Who would have thought we’d ever actually get here, to November 6, 2012? It will be an odd morning to wake up to tomorrow, no campaigning and no election. It’s a funny way to run a country, all that vast expenditure of money and energy and time. One thing, perhaps it’s valuable for the president to have seen and experienced the whole country, even from within his bullet-proof security bubble. And for the electorate, to be reminded of how important they are.
We watched an interesting (contemporary) documentary the other evening about Kennedy’s primary battle with Hubert Humphrey in (I think)
. How different it all seemed!
Jackie was there, no sign of a Mrs Humphrey. She (Jackie) must have been the
first of the now-pretty-well-obligatory Ornamental Wives. Wisconsin
In 1952 I cycled 10 miles or so with some friends to experience an Eisenhower whistle-stop. Remember whistle-stops? I wonder if that was the last election in which they figured.
Well. The Wingspan is done. I hope I’ll polish off one or two loose ends and block it today. It is time I got back to the loose ends on that hat, too.
The new KnitPic needles arrived. I still don’t find brioche stitch entirely comfortable – the stitches don’t slip quite freely enough along the needle. Can’t see why.
I tried a few rows of fisherman’s rib (using a second ball of yarn). That felt much better. I did it in what I regard as the classic way – k1, k1b throughout. Barbara Walker in the 1st Treasury gives it as p1, k1b which would be much fiddlier. Nancy Marchant in “Knitting Brioche” says that the resulting fabric, using k1, k1b, is the same as brioche stitch but “I personally find that I work the brioche stitch much faster and much more evenly than fisherman’s rib”.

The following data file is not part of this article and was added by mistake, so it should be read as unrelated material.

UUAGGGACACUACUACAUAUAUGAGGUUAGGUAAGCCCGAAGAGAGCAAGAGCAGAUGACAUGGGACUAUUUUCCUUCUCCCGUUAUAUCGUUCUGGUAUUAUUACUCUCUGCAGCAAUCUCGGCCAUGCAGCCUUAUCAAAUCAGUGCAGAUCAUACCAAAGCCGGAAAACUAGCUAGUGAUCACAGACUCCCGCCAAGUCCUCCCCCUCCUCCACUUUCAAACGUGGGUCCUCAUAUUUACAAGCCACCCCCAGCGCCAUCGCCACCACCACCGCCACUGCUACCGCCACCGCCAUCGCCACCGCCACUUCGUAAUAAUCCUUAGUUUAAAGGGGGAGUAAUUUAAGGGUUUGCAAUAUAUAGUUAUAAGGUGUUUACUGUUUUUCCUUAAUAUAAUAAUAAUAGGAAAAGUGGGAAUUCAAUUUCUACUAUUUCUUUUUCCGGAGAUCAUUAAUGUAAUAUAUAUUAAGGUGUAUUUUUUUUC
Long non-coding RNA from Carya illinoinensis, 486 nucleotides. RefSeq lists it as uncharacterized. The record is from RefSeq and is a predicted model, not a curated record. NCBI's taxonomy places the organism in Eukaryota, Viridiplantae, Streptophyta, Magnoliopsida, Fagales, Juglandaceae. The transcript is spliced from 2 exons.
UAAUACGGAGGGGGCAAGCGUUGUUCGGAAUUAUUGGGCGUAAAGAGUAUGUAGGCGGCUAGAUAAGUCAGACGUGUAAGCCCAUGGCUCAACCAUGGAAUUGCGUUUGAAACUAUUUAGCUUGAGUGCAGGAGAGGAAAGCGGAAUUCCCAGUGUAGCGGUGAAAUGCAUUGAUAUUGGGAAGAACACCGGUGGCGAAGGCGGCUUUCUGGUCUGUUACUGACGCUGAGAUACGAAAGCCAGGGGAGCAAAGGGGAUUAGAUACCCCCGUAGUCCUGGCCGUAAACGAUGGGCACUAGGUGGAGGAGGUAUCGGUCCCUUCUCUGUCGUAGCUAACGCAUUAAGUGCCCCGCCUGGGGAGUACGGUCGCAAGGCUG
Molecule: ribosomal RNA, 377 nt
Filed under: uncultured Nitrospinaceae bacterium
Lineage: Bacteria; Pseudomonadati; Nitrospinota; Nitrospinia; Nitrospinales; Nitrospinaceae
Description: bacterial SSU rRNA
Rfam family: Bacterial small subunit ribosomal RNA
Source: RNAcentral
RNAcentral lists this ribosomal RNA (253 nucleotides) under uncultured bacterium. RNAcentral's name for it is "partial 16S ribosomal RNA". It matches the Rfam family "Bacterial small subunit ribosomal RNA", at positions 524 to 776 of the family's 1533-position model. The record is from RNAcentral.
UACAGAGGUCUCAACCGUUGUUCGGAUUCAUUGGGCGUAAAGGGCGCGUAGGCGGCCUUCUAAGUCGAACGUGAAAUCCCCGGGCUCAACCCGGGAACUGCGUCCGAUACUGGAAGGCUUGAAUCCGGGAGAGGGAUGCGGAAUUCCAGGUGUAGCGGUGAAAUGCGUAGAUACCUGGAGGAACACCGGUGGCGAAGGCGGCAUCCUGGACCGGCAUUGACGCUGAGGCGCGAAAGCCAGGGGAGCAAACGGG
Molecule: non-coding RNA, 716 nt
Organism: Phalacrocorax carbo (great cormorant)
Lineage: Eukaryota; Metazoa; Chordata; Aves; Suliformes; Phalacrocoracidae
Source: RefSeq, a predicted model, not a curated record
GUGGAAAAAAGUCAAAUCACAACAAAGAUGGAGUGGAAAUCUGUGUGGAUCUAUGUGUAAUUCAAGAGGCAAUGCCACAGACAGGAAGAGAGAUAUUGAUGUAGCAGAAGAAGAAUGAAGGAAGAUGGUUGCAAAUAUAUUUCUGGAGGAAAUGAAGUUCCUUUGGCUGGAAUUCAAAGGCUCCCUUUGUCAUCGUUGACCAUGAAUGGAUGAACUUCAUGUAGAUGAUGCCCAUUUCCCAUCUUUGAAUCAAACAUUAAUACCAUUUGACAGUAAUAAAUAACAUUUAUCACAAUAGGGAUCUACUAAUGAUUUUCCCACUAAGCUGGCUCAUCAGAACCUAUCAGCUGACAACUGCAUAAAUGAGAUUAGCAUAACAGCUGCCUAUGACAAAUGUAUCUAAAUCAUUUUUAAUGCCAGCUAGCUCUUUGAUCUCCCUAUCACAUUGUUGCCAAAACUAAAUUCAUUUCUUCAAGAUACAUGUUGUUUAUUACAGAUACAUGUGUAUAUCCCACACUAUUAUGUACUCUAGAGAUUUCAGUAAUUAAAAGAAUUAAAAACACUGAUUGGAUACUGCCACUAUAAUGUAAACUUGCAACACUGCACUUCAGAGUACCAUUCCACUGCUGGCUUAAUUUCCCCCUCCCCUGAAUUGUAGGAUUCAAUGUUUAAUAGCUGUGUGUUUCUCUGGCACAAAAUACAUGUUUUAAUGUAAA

Much faster, no, not for me – fisherman’s rib is the real Cocoon Experience, for me. But after a couple of inches, it was absolutely clear that brioche stitch was producing a tidier and nicer-looking fabric, so I’ll go on with that.
EZ rather avoids the issue of whether the two fabrics are the same – I think Marchant is right about that, myself. EZ says: “This stitch is sometimes mistaken for Fisherman’s Rib, where you knit into the stitch of the row below, but if you try them both on the same swatch, you will see that Prime Rib [=Brioche Stitch] is well worth the trouble of learning, as it makes a much richer and fruitier rib.”
L, yes, I saw your earlier comments about the Colinette website. (Blogger sends them all to me as emails.) And you’re quite right, “Vatican Pie” is on the colour list. There seem to be a number of unalphabetised colours at the top of the list – I had just scrolled straight down to the “v’s”. I suspect you are a rather good librarian.
I heard from them yesterday that my yarn has been dispatched!
Catriona, thank you for the link to the article in the Guardian about the Shetland Craft Trail. I think maybe I’d better download and print the map for my archives, despite the cost of ink jet cartridges.
FiberQat, that’s interesting, and rather comforting, that you have had rotation problems with pictures taken with an iPod touch. My one is right side up on my computer – but persistently sideways in Blogger.